Effect of organic carbon sources and environmental factors on cell growth and lipid content of Pavlova lutheri

  • Khawaja Muhammad Imran Bashir
  • Sana Mansoor
  • Na-Ri Kim
  • Florian Rolando Grohmann
  • Abid Ali Shah
  • Man-Gi ChoEmail author
Original Article


The present study aimed to investigate the effects of organic carbon sources, cultivation methods, and environmental factors on growth and lipid content of Pavlova lutheri for biodiesel production. In the 250-mL flask bioreactors, P. lutheri was cultivated in the modified artificial seawater (ASW) medium containing glucose, glycerol, sodium acetate, or sucrose as an organic carbon substrate. The effects of different growth conditions (phototrophic, mixotrophic, and heterotrophic) and environmental factors such as photoperiod, light intensity, and salinity were evaluated. Growth of P. lutheri was inhibited under heterotrophy but was enhanced in mixotrophy as compared to phototrophy. Biomass and lipid content of P. lutheri were significantly (p < 0.05) affected by changing photoperiod, light intensity, and salinity. Higher biomass concentration and lipid content were observed at a light intensity of 100 ± 2 μmol photons m−2 s−1, 18 h photoperiod, and 30% salinity, in a modified ASW medium supplemented with 10 mmol sucrose. An increase in biomass concentration from 320 ± 25.53 to 1106 ± 18.52 mg L−1 and high lipid content of 31.11 ± 1.65% (w/w) were observed with the optimized culture conditions, demonstrating a significant (p < 0.05) enhancement in biomass and lipid content due to the improved culture conditions. The present study emphasizes the possible use of sucrose for biomass and lipid production with P. lutheri under the optimized culture conditions. Using low-cost and relatively easy accessible feedstock such as sucrose would be a valuable alternative for growing microalgae with enhanced lipid content.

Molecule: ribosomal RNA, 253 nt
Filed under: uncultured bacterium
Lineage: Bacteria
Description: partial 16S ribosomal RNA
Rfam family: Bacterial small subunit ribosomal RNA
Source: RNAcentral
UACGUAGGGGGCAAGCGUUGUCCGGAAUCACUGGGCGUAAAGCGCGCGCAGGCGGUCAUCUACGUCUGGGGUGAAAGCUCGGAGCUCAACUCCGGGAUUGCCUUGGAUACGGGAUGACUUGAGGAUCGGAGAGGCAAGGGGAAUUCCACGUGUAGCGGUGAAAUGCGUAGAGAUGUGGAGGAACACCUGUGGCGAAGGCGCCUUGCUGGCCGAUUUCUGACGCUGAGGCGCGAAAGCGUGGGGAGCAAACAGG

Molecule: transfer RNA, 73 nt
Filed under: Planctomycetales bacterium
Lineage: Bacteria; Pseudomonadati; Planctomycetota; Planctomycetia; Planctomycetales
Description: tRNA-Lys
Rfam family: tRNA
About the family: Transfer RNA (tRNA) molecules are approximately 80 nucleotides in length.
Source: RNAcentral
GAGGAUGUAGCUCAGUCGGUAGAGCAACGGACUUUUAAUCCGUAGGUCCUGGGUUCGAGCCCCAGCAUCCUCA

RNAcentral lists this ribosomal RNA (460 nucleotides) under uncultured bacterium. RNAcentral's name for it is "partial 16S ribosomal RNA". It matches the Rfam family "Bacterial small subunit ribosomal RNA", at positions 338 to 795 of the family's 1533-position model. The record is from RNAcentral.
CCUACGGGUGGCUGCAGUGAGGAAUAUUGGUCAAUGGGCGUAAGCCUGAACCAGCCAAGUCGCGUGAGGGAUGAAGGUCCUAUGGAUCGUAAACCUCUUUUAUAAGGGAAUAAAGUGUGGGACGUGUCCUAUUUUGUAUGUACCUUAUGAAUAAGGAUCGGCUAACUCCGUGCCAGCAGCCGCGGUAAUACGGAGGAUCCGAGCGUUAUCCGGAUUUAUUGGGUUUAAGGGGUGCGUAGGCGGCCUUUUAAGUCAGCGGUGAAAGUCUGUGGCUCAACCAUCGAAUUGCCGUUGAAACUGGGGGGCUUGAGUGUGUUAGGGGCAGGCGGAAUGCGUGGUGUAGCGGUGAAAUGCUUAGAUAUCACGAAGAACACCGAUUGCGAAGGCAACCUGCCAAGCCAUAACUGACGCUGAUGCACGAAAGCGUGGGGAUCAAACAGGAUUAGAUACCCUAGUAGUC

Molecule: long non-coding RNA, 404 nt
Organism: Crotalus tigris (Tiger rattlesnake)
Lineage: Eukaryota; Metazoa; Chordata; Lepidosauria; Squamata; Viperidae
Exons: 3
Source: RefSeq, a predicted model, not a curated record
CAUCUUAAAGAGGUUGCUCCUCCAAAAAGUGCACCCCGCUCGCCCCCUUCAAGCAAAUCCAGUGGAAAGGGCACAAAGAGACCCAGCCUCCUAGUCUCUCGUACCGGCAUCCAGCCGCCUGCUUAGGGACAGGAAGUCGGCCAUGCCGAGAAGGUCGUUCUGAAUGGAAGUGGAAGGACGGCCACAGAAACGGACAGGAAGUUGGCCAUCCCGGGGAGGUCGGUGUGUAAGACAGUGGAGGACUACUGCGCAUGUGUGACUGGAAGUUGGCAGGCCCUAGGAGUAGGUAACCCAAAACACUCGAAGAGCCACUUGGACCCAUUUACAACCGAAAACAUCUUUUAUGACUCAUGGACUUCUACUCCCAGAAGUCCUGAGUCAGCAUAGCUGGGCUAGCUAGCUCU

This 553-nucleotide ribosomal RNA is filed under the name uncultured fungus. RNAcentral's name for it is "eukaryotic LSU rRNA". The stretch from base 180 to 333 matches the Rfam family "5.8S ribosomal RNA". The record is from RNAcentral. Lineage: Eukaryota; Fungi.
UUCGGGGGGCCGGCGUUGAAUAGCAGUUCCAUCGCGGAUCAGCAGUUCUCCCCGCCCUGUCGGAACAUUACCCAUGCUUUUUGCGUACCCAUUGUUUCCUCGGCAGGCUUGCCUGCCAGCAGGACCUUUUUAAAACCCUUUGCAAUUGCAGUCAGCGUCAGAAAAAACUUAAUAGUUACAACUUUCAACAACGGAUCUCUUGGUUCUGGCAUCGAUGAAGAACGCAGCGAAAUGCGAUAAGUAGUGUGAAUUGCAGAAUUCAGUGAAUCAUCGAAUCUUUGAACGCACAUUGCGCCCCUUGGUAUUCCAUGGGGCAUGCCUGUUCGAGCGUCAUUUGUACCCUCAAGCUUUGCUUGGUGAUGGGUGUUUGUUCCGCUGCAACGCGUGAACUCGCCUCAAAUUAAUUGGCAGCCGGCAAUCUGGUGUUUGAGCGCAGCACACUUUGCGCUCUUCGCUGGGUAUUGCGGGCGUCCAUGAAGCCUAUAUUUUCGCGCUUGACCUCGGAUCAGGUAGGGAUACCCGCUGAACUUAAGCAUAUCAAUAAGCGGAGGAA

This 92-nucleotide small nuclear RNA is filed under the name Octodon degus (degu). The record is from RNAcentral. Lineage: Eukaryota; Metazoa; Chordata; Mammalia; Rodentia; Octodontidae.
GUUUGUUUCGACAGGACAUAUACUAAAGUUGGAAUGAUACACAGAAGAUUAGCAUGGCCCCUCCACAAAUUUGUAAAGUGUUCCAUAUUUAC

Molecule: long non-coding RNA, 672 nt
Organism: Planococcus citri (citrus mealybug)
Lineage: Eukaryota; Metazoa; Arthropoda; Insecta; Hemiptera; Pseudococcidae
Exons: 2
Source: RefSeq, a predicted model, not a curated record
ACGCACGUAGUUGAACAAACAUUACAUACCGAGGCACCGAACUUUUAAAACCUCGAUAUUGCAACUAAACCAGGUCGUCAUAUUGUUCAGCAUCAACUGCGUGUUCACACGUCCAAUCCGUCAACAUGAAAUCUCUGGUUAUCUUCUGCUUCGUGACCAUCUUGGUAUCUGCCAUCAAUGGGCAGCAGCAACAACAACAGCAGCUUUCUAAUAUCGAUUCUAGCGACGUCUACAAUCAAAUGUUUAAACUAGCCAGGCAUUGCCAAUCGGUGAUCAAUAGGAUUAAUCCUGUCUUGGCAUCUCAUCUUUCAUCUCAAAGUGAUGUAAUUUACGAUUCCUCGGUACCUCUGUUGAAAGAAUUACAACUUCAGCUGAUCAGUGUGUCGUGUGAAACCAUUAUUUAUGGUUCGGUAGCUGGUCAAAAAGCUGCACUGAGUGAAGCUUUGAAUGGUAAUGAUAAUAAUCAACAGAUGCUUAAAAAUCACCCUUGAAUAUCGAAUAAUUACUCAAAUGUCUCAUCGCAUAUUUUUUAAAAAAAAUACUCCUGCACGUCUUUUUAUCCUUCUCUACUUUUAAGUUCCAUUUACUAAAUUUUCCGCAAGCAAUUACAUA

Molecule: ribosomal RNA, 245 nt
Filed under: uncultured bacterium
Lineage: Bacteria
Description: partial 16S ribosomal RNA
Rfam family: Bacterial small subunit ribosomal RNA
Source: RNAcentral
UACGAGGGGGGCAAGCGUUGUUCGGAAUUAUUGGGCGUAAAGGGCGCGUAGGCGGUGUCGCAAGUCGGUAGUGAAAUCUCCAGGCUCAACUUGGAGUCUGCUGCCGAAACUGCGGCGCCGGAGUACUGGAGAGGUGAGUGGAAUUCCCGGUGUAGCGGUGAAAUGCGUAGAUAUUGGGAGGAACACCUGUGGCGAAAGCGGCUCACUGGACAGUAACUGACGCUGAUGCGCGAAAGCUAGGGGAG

Biomass Growth optimization Growth kinetics Haptophyte Lipid content Pavlova lutheri 


Compliance with ethical standards

Conflict of interest

The authors declare that they have no conflict of interest.

Research involving human participants and/or animals

Not applicable.

Informed consent

Not applicable.

Ethical approval

Not applicable.


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Copyright information

© Università degli studi di Milano 2019

Authors and Affiliations

  1. 1.Department of Biotechnology, Division of Energy and BioengineeringDongseo UniversityBusanRepublic of Korea
  2. 2.Research Center for Extremophiles and Microbiology, College of Medical and Life SciencesSilla UniversityBusanRepublic of Korea
  3. 3.Department of Environmental Engineering, College of EngineeringDong-A UniversityBusanRepublic of Korea
  4. 4.Institute of BiotechnologyTechnische Universität BerlinBerlinGermany

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